Thursday, October 17, 2013

Hands On

There is a wonder in reading Braille that the sighted will never know: to touch words and have them touch you back.
~Jim Fiebig

A bit of Braille today:

A hand reading wood-carved Braille code
photo by Christophe Moustier

Braille on an old model of L√ľneburg
by Egbert Broerken
photo by Martina Nolte

Braille Texture
photo by Jason Pearce

A blind man writing with the Mauler machine

Braille at the Musee, Calais
photo by Miko59

Lit Braille
photo by Tim Collins

Louis Braille's birthplace
photo by Renaud Camus

Braille Calendar
by the green squirrel

Makerbot=Dorm Room Braille Factory
photo by langfordw

Deer, Wildlife Foundation
by Ogilvy
photo by Site Marca

Google Braille T-shirt
photo by Glenda Sims


* A short biography of Louis Braille
* Braille lessons
* Braille alphabet poster
* Louis Braille Bicentennial Traveling Exhibit
* Free Braille and Talking Book App from the NLS Braille and Audio Reading Download Service
* Creating Tactile Books (for parents and caregivers)
* Braille Challenge, the national reading and writing contest in braille for blind and visually impaired students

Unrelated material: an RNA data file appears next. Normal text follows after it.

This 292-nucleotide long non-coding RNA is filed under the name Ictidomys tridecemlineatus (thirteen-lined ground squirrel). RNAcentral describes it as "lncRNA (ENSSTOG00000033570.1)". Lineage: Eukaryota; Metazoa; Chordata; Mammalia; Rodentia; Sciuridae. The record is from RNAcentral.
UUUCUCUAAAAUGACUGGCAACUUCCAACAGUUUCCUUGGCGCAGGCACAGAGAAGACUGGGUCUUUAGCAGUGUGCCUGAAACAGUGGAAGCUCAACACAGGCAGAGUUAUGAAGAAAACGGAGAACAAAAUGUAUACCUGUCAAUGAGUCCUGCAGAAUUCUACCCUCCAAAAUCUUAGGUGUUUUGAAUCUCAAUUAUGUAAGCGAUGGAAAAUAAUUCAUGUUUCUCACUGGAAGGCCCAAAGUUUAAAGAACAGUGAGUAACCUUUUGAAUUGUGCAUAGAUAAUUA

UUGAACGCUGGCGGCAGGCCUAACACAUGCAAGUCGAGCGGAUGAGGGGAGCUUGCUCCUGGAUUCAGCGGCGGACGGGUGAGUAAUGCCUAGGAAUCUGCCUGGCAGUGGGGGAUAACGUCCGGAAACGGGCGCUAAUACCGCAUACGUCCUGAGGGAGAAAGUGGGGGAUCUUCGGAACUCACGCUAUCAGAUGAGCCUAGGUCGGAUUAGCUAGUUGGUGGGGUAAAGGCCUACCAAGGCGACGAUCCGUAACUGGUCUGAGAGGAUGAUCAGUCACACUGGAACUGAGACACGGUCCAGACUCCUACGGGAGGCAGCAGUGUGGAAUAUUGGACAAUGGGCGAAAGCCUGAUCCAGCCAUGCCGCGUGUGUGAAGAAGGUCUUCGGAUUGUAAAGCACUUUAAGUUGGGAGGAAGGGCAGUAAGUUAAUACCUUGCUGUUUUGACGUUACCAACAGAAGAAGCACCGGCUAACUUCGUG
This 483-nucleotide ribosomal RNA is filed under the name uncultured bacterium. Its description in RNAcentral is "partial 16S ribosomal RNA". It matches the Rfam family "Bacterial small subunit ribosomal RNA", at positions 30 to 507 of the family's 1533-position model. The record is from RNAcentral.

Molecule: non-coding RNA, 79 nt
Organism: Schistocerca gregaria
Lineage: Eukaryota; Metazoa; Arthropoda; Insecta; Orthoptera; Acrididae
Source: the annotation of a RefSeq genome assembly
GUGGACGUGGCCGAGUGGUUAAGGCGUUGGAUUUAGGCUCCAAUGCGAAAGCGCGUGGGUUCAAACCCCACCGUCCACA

* Braille Scrabble game


HWY said...

Great topic today, Tabatha, and a learning experience, too.

Enjoyed seeing the Mauler machine; quite a gadget!

It was also interesting to see all the color (like the t-shirt) and forms (like the deer) used. Obviously that was meant for to draw the sighted eye (or maybe the partially impaired?).

Tabatha said...

I think the Braille deer can actually be read -- it talks about the pampas deer and its risk of extinction. I'm not sure how hard it is to read, though!

Tara @ A Teaching Life said...

That deer has me thinking...such variety, Tabatha...and I love the one on the beach, too. I had a blind roommate, once, and I have to confess to being fascinated watching her read. Like a pianist, it was.